Don’t wait for a crisis to look at mental health |

Don’t wait for a crisis to look at mental health

Randy Essex


6:30 p.m., Glenwood Springs library conference room

Jonathan Birnkrant, a psychiatrist and pediatrician, will offer a presentation about the neuroanatomy, chemistry and treatment of depression. A panel of mental health professionals will then lead a community discussion about mental wellness. The goals of our discussion are simply to promote connection, provide education, offer support, foster hope and reduce the stigma of mental illness.

Call Resa Hayes, 970-379-2763.

I wish I could count the times in my career I’ve been asked why the media publishes so much bad news.

The short answer is, well, it’s news.

I have a standard exercise when I’m speaking to a group and the question gets asked:

I ask people to raise their hands if they drove to the event. “OK, leave your hand up if you called anyone to say, ‘I got here safely, no tickets, no flat tires, no accidents. My car worked just fine.’”

People take note of things that don’t go the way they should. We turn our heads and gawk at accidents on the highway, and we read news stories about things that are out of the ordinary. News that I call crime and grime always gets the most digital traffic on our website, and a photo — just a photo — of a traffic accident is assured a bare minimum 1,000 page views. (I call that digital rubbernecking.)

This fact plays out just about daily in our digital metrics. On Friday, the PI’s main display on the front page was a story about two really wonderful teenagers, Joshua Rayne of Glenwood Springs High School and Ruby Lang of Roaring Fork High School. They are Daniels scholars who are hard workers with inspiring stories.

As of Saturday morning, not quite 600 people had read that story online.

A fatal traffic accident on Interstate 70 on Monday had more than 5,000 page views.

I know that you really do want good news and we work hard to include it in the mix. An ideal front page to me is a local feature and a news story — not necessarily crime, but a development in a key issue, a story that we have found through enterprising reporting or a trend piece.

While I know from years in the news business that people fuss about bad news even as they devour it, it is sometimes disheartening even to a grizzled, gruff editor who worked for six years in Detroit, the capital of bad news.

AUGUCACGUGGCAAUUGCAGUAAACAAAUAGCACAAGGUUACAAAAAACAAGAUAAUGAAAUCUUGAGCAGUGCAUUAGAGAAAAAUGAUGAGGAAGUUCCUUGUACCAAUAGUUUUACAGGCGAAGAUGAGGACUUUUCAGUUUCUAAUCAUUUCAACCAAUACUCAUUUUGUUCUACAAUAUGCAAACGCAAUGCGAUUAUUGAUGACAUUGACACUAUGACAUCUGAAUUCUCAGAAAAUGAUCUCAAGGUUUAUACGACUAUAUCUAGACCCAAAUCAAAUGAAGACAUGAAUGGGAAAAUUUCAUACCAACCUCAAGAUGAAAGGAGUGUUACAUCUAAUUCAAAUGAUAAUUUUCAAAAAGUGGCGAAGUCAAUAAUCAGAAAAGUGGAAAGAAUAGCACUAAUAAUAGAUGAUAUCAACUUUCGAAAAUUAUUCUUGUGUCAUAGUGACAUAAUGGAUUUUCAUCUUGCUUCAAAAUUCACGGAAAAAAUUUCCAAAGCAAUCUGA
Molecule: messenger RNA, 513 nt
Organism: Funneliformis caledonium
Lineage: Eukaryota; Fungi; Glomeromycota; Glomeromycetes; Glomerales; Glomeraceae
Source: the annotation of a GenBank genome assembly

We know, for example, that struggles with mental health and suicide are big problems here. Suicide rates are, confoundingly, high throughout the Mountain West. Colorado specifically has a higher average suicide rate — nearly 20 per 100,000 people — than the national average of about 12 per 100,000. Advocates say the suicide rate in Aspen is three times the national average.

When an obituary appears in the Post Independent of someone who has committed suicide, it might get thousands of readers — 13,000 in the case of a younger local businessman who took his own life in December. Yet a series on prevention that reporter John Stroud wrote in February drew fewer than 2,000 page views combined for three stories.

I talked Friday with Resa Hayes, a licensed professional counselor who is working with a new nonprofit,, in putting on community “mental wellness” discussions. The group has held meetings in Aspen, El Jebel and Carbondale, and will hold another at 6:30 p.m. Tuesday in the Glenwood Springs library conference room. The meetings have drawn as many as 40 people, which is a decent turnout, though it’s information we all need.

Hayes talked about the concept of mental wellness compared with physical fitness. Many of us exercise to stay fit. Others face a physical health crisis and make changes. We all at least know we should take care of our bodies.

It’s useful to think in the same terms about taking care of ourselves mentally. We all face varying degrees of mental and emotional distress in our lives. It’s part of the deal. In my own case, I’ve learned that almost everything that upsets me is of my own doing, and I work to take responsibility for my actions, reactions and perceptions. My view is that when I am disturbed, I’m mostly having trouble accepting reality. And getting around to accepting reality makes it hard to stew and stay mad.

Hayes told me that prevention, though, “is a scary thing to talk about.”

Hayes said people might be reluctant to attend even an informational meeting out of fear they will be stigmatized.

“Why would I expose that I have any symptoms?” she asked, expressing why some people might be reluctant to address prevention.

“But we know that’s what promotes mental wellness,” she said. “The earlier we get to underlying aggravations, the more we can do to provide mental wellness.” People can learn to identify their emotions and to build a toolbox of resources to cope.

The carrot: “Mental wellness is correlated to personal success and business success,” she said. Of course it is, as is, in general, physical fitness.

Just as almost all of us will experience some serious injury or illness at some point in our lives, almost all of us will face some kind of mental distress that tests us and perhaps pushes us to a place we’ve never been.

Isolation, Hayes says, is the worst thing you can do when you face that. The meeting Tuesday is an effort to build community connections and create easier access to mental health resources.

Maybe you don’t need to go to Tuesday’s meeting. But you should know what to do when the tough times come. Don’t wait for the crisis.

And, by the way, it’s not too late to read about Ruby and Joshua, our Daniels scholars. Their stories will make you feel good, I just about guarantee it.

Randy Essex is editor of the Post Independent.

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